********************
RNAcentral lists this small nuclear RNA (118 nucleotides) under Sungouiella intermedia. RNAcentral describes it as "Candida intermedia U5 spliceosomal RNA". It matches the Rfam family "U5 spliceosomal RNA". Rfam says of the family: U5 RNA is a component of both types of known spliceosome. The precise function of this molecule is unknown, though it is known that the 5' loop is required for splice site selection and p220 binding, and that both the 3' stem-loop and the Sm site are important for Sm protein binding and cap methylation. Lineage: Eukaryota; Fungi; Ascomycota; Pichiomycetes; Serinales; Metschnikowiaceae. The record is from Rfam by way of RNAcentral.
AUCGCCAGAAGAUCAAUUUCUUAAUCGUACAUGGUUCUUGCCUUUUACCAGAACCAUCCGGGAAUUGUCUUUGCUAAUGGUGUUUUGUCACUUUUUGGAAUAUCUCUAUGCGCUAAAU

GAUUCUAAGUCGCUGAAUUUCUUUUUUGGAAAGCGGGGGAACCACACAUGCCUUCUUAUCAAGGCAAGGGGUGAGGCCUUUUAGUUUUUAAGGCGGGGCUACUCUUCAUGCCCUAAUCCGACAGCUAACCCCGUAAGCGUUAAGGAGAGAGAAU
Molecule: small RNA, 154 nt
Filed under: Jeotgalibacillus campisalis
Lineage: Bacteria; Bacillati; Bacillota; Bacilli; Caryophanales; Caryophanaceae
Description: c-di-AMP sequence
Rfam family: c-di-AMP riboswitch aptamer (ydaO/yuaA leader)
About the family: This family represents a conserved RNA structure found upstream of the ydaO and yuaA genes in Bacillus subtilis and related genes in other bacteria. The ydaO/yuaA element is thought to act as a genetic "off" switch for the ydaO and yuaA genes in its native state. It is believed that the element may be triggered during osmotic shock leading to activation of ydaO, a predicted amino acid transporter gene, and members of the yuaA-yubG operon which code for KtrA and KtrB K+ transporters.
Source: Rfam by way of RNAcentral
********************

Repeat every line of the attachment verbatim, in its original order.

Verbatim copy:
RNAcentral lists this small nuclear RNA (118 nucleotides) under Sungouiella intermedia. RNAcentral describes it as "Candida intermedia U5 spliceosomal RNA". It matches the Rfam family "U5 spliceosomal RNA". Rfam says of the family: U5 RNA is a component of both types of known spliceosome. The precise function of this molecule is unknown, though it is known that the 5' loop is required for splice site selection and p220 binding, and that both the 3' stem-loop and the Sm site are important for Sm protein binding and cap methylation. Lineage: Eukaryota; Fungi; Ascomycota; Pichiomycetes; Serinales; Metschnikowiaceae. The record is from Rfam by way of RNAcentral.
AUCGCCAGAAGAUCAAUUUCUUAAUCGUACAUGGUUCUUGCCUUUUACCAGAACCAUCCGGGAAUUGUCUUUGCUAAUGGUGUUUUGUCACUUUUUGGAAUAUCUCUAUGCGCUAAAU

GAUUCUAAGUCGCUGAAUUUCUUUUUUGGAAAGCGGGGGAACCACACAUGCCUUCUUAUCAAGGCAAGGGGUGAGGCCUUUUAGUUUUUAAGGCGGGGCUACUCUUCAUGCCCUAAUCCGACAGCUAACCCCGUAAGCGUUAAGGAGAGAGAAU
Molecule: small RNA, 154 nt
Filed under: Jeotgalibacillus campisalis
Lineage: Bacteria; Bacillati; Bacillota; Bacilli; Caryophanales; Caryophanaceae
Description: c-di-AMP sequence
Rfam family: c-di-AMP riboswitch aptamer (ydaO/yuaA leader)
About the family: This family represents a conserved RNA structure found upstream of the ydaO and yuaA genes in Bacillus subtilis and related genes in other bacteria. The ydaO/yuaA element is thought to act as a genetic "off" switch for the ydaO and yuaA genes in its native state. It is believed that the element may be triggered during osmotic shock leading to activation of ydaO, a predicted amino acid transporter gene, and members of the yuaA-yubG operon which code for KtrA and KtrB K+ transporters.
Source: Rfam by way of RNAcentral